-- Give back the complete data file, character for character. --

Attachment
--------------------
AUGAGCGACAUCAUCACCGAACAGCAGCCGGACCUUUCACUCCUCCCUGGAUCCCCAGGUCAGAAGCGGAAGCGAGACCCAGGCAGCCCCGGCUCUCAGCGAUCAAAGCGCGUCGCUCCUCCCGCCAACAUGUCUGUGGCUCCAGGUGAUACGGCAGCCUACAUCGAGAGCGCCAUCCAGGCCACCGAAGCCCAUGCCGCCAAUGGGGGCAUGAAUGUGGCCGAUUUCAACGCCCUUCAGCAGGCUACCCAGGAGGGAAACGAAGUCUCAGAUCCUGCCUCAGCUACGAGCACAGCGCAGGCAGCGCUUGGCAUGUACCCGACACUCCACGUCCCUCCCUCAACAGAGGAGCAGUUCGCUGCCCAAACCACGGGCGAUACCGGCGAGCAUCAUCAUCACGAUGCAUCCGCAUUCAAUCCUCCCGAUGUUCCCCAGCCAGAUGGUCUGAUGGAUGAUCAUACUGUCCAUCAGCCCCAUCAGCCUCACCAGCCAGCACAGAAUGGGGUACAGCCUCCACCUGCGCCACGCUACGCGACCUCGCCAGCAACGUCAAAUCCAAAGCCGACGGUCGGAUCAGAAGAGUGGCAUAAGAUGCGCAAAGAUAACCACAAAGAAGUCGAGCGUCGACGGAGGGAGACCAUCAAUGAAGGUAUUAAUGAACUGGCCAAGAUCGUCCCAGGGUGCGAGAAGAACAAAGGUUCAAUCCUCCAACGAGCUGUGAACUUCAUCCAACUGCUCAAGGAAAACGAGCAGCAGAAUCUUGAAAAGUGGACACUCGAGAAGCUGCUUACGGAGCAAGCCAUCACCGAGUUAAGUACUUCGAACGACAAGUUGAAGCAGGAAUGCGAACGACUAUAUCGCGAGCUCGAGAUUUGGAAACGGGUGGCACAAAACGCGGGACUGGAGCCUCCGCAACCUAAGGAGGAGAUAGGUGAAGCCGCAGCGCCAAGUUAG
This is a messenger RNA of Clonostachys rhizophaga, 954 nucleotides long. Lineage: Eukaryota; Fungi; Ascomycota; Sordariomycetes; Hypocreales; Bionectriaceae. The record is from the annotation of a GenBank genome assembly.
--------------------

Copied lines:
AUGAGCGACAUCAUCACCGAACAGCAGCCGGACCUUUCACUCCUCCCUGGAUCCCCAGGUCAGAAGCGGAAGCGAGACCCAGGCAGCCCCGGCUCUCAGCGAUCAAAGCGCGUCGCUCCUCCCGCCAACAUGUCUGUGGCUCCAGGUGAUACGGCAGCCUACAUCGAGAGCGCCAUCCAGGCCACCGAAGCCCAUGCCGCCAAUGGGGGCAUGAAUGUGGCCGAUUUCAACGCCCUUCAGCAGGCUACCCAGGAGGGAAACGAAGUCUCAGAUCCUGCCUCAGCUACGAGCACAGCGCAGGCAGCGCUUGGCAUGUACCCGACACUCCACGUCCCUCCCUCAACAGAGGAGCAGUUCGCUGCCCAAACCACGGGCGAUACCGGCGAGCAUCAUCAUCACGAUGCAUCCGCAUUCAAUCCUCCCGAUGUUCCCCAGCCAGAUGGUCUGAUGGAUGAUCAUACUGUCCAUCAGCCCCAUCAGCCUCACCAGCCAGCACAGAAUGGGGUACAGCCUCCACCUGCGCCACGCUACGCGACCUCGCCAGCAACGUCAAAUCCAAAGCCGACGGUCGGAUCAGAAGAGUGGCAUAAGAUGCGCAAAGAUAACCACAAAGAAGUCGAGCGUCGACGGAGGGAGACCAUCAAUGAAGGUAUUAAUGAACUGGCCAAGAUCGUCCCAGGGUGCGAGAAGAACAAAGGUUCAAUCCUCCAACGAGCUGUGAACUUCAUCCAACUGCUCAAGGAAAACGAGCAGCAGAAUCUUGAAAAGUGGACACUCGAGAAGCUGCUUACGGAGCAAGCCAUCACCGAGUUAAGUACUUCGAACGACAAGUUGAAGCAGGAAUGCGAACGACUAUAUCGCGAGCUCGAGAUUUGGAAACGGGUGGCACAAAACGCGGGACUGGAGCCUCCGCAACCUAAGGAGGAGAUAGGUGAAGCCGCAGCGCCAAGUUAG
This is a messenger RNA of Clonostachys rhizophaga, 954 nucleotides long. Lineage: Eukaryota; Fungi; Ascomycota; Sordariomycetes; Hypocreales; Bionectriaceae. The record is from the annotation of a GenBank genome assembly.